Just at the right time, God sent His son to redeem me and offer me a place as his son, so that I can call out, “Daddy…” and know that I am heard, and loved. I am no longer in the place of a slave or an employee, working hard to earn a wage and stay on the master’s good side. I am now a son and an heir. My place, my family, my value is determined.[note Loosely paraphrasing Galatians 4 in regard to myself. You can do the same. Read it here.]
Are you ready to be free?
These past weeks I’ve been choosing to carry a heavy load. Acting responsible for so many things in the world that I truly have no control over. Then feeling like a failure because I couldn’t control those things. It’s a joke, really.
But I know I’m not alone. Maybe you are feeling that same weight, feeling like you’re scrabbling up a rocky hill, and the ground keeps crumbling out from under you. Like you’re just not measuring up.
Maybe you need to read and reflect on Mark, chapter 1. Maybe you need to hear the Father’s words to you as well. Before you did anything significant or worthy, before you won or lost, the Father already said the words.
Here at the beginning, before you’ve done anything worth noticing, the Father speaks an affirmation of identity.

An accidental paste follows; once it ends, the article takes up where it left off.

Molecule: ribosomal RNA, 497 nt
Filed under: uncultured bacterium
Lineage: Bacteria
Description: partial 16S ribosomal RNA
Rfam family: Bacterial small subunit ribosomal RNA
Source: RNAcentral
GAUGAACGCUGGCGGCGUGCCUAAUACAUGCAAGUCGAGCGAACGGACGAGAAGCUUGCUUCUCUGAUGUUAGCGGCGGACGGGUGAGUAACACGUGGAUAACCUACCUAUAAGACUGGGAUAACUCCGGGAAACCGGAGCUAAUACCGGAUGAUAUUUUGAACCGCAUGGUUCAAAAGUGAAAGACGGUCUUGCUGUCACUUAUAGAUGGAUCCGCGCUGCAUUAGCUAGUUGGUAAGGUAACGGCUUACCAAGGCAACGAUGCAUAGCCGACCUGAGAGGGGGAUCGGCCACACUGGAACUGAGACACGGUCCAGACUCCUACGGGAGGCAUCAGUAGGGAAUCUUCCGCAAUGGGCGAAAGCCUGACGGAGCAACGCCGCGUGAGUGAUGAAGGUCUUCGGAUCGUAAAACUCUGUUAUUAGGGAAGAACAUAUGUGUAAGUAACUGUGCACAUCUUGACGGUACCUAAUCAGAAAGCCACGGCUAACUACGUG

“You are mine. I love you. I take delight in you.”
For me, these words are freeing. Maybe they can be for you. As my heart remembers that I already belong, that God already delights in me, then I am freed to give my very best to the day that lies ahead, without having to turn my effort into a measurement of my value.
- I can do my best to show up in my marriage with compassion and patience and a heart of service. If my wife has a bad day, I can remember that her satisfaction with me is not the measurement of my value.
- Knowing that God delights in me, I can show up as a father in my own kid’s lives, and know that their obedience isn’t an indication of my value.
- I can show up in my pastoral role and know that I will give my best, and yet my value isn’t determined by how many people show up, or how well our church does, or whether my counsel is wise and helpful.
- Knowing that I already have belonging, I can show up to write, and give my best. Instead of writing with you over my shoulder, always wondering if you will like it, if you will share it, if you and your friends will show up, I can set all that aside and just tell the truth. Just write the truth I’ve been given, from the heart I have, and trust that I am giving what I’ve been called to give.
See, that means I’m free. I can be in this moment–the one I’ve been given–and I can bring my best to this moment (or not… since I pretty often blow that too) and know that my value isn’t on the line.
You can too.